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I doubt you had autosysis in your first batch. It could have been some other contamination, or any number of things. Two weeks in the primary are not going to hurt the yeast. You would need a couple months. Just leave the beer until it's done, no matter how long it takes. I routinely leave my fermenters for two weeks without thinking about racking. Sometimes it's three weeks by the time I get around to it.
 

blacklab

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Autolysis is the sasquatch of homebrewing. My opinion is that you had some other infection or contamination. Many on this forum leave their beers sitting on yeast for a long time with no ill effects.

I think the best thing you can do to assure yourself is to use your hydrometer to determine when to transfer your beers, there is no set span of time. When your gravity is stable for two days, your fermentation is complete.
 
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JGlove

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Ive had people tell me that the problem with my first beer was autolysis. Now, I am no biologist, so I have no idea if that is actually true.

I was getting beer that just reeked of yeast in taste and smell. all you tasted was this really sour yeast. even 3 months later, i am getting this really sour taste.

At the bottom of each bottle of the beer I am getting a small yeast cake that is roughly a 1/3 inch thick.

After reading this, I think that this could be because I didnt leave it there long enough (?) maybe? I honestly have no idea.

It isnt a cleanliness issue. I kept all of my equipment rediculously clean for that batch. (less so on all subsequent batches, and I havent ever had that issue again)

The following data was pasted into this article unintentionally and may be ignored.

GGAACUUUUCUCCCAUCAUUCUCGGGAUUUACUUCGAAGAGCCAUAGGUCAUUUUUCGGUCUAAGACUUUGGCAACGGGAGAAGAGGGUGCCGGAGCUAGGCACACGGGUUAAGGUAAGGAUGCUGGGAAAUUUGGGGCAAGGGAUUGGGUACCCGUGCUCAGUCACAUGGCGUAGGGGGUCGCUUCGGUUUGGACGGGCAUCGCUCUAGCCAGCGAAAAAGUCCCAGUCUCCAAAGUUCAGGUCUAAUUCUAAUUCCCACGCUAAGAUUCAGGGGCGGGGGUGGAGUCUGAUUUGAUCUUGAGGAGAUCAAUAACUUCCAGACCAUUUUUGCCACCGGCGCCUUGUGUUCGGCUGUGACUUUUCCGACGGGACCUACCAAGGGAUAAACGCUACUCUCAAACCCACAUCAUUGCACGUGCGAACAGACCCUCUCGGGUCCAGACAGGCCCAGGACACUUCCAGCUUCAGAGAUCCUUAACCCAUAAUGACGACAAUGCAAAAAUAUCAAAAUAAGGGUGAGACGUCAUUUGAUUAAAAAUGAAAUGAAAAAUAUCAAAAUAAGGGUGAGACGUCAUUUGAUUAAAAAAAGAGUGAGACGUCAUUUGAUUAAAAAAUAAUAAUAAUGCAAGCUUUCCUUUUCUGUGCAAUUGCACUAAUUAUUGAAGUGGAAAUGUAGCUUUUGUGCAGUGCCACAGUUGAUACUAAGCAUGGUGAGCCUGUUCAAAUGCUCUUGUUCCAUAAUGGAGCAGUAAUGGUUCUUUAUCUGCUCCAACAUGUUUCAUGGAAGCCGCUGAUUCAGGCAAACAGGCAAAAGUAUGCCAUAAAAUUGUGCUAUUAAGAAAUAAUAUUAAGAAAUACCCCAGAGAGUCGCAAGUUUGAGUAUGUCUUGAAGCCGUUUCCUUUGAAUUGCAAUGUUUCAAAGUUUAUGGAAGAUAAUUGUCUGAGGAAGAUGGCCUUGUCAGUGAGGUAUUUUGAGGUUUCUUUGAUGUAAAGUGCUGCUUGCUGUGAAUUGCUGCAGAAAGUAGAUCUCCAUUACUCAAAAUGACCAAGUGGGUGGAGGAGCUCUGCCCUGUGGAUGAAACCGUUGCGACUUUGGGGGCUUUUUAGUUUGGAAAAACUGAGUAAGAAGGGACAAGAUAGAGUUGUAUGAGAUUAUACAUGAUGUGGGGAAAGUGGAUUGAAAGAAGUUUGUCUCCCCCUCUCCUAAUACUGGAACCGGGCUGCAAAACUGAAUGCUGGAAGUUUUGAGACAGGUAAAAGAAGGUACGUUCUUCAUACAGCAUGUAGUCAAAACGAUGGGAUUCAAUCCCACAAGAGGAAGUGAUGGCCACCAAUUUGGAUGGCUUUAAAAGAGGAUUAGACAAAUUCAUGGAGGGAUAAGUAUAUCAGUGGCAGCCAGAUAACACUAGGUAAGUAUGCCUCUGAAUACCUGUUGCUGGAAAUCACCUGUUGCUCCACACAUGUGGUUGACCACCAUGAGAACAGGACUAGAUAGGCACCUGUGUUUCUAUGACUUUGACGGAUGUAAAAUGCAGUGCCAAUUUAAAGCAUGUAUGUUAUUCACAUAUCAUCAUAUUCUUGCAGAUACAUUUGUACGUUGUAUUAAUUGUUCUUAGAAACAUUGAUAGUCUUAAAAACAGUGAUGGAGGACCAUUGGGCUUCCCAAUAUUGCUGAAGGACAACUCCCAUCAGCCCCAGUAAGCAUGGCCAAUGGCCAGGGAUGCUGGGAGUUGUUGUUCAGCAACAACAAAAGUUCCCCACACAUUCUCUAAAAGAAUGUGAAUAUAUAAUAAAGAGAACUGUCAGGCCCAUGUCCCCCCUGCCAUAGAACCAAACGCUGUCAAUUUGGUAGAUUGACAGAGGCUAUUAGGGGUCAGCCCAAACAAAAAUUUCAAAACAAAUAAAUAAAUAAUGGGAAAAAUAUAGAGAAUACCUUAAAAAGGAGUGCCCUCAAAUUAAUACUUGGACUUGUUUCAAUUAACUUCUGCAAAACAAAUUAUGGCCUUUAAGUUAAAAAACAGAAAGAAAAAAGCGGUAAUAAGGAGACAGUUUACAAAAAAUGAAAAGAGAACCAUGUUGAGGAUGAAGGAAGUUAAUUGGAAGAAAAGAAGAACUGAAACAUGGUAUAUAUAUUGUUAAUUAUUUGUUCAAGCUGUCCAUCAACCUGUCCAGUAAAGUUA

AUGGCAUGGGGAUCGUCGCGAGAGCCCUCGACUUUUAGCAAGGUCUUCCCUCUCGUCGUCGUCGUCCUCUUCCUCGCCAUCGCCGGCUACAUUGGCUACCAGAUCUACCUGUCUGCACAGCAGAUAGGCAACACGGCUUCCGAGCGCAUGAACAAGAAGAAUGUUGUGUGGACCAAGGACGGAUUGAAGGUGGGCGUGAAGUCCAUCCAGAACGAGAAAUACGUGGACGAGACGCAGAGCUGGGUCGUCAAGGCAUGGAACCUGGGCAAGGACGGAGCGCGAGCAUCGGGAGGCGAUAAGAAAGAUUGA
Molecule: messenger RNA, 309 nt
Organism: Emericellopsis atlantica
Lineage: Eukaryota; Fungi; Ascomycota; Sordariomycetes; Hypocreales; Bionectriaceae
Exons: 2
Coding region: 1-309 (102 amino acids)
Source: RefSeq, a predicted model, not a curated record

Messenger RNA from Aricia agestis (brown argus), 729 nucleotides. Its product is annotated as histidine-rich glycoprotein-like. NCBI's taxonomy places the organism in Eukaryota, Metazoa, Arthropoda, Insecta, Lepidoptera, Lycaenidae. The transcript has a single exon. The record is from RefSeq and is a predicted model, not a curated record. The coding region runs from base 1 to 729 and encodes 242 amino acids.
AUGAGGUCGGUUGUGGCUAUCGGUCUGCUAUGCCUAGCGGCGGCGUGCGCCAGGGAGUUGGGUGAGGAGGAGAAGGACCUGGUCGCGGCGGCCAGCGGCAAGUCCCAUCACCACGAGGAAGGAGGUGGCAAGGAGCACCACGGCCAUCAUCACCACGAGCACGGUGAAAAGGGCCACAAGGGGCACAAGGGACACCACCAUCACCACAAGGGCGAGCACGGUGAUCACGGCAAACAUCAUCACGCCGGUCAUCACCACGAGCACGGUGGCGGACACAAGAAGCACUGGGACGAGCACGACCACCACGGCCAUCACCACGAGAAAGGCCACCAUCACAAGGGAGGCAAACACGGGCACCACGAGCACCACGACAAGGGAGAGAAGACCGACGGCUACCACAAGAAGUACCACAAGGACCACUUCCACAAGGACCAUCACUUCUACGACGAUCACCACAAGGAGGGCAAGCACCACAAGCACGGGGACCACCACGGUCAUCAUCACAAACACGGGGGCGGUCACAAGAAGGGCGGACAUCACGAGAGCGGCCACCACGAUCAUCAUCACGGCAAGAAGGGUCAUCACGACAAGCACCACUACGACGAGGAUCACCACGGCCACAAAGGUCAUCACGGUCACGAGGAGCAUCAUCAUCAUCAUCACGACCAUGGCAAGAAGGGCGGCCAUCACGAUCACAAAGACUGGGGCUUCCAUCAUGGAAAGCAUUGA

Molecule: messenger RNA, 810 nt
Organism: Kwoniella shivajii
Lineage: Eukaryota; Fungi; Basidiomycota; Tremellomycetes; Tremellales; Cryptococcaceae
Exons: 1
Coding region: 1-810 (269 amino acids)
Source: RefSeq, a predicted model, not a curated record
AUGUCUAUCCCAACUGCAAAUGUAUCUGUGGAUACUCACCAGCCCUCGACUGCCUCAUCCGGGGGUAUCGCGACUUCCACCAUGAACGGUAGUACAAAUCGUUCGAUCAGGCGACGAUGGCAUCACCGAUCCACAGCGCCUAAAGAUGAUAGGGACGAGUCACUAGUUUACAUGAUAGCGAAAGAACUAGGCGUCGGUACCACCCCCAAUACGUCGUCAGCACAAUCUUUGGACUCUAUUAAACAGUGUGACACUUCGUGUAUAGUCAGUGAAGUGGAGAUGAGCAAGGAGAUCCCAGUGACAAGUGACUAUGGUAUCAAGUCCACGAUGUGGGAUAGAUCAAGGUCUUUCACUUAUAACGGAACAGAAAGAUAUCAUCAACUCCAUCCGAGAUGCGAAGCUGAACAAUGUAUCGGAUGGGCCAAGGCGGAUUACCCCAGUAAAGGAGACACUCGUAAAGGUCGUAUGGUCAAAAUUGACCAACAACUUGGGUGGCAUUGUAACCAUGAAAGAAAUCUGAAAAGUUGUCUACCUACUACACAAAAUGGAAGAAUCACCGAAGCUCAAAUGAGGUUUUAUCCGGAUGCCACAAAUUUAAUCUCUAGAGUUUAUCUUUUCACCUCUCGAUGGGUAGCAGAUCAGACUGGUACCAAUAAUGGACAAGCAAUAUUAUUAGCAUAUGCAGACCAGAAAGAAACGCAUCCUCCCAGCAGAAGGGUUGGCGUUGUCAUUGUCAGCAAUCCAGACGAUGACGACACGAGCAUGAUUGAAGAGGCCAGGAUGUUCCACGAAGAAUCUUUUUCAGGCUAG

I racked the beer into my secondary, and removed the yeast from there again, but I cant believe how much yeast sediment i have at the bottom of these bottles...

Does anyone have an answer to why there was so much yeast sediment at the bottom?
 

Yooper

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Autolysis is literally when the yeast begin to digest themselves. The resulting taste/smell is fecal, I understand. Yeasty/sour is NOT autolysis. Yeasty is usually from not leaving the beer ferment long enough to clear and for the yeast to drop out. Sour is due to infection usually. Sometimes, though, you can have a sour-ish green apple taste/smell that is simply just young beer and that will fade. A true vinegar-y or sour flavor (lacto usually) is infection.

You had a ton of yeast sediment in your probably due to bottling too early. Especially if it tastes yeasty.

You mentioned that it wasn't a cleanliness issue- that's probably true. but remember that sanitation is crucial, and proper and thorough sanitizing is crucial to prevent wild yeast and bacteria from infecting the brew.
 

quickerNu

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I usually leave my wheats in for 3 weeks, then bottle, with no ill effects. With other beers, I go 10-14 (usually 14) in the primary before I rack to secondary. I don't think if you had an off-flavor it was caused by autolysis after only 12-13 days.
 
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blacklab said:
Autolysis is the sasquatch of homebrewing.
I've always considered hot-side aeration to be the Sasquatch of homebrewing. Autolysis is more like the Chupacabra of homebrewing!

I too have left beers in primary as long as five weeks. The only thing that happened is that they continued to clear.
 
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JGlove

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YooperBrew said:
Autolysis is literally when the yeast begin to digest themselves. The resulting taste/smell is fecal, I understand. Yeasty/sour is NOT autolysis. Yeasty is usually from not leaving the beer ferment long enough to clear and for the yeast to drop out. Sour is due to infection usually. Sometimes, though, you can have a sour-ish green apple taste/smell that is simply just young beer and that will fade. A true vinegar-y or sour flavor (lacto usually) is infection.

You had a ton of yeast sediment in your probably due to bottling too early. Especially if it tastes yeasty.

You mentioned that it wasn't a cleanliness issue- that's probably true. but remember that sanitation is crucial, and proper and thorough sanitizing is crucial to prevent wild yeast and bacteria from infecting the brew.
i obviously had some misinformation coming my way. I'll keep it in mind for future batches. thanks a bunch :D
 

ArcaneXor

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JGlove said:
i obviously had some misinformation coming my way. I'll keep it in mind for future batches. thanks a bunch :D
By the way, Go Gators!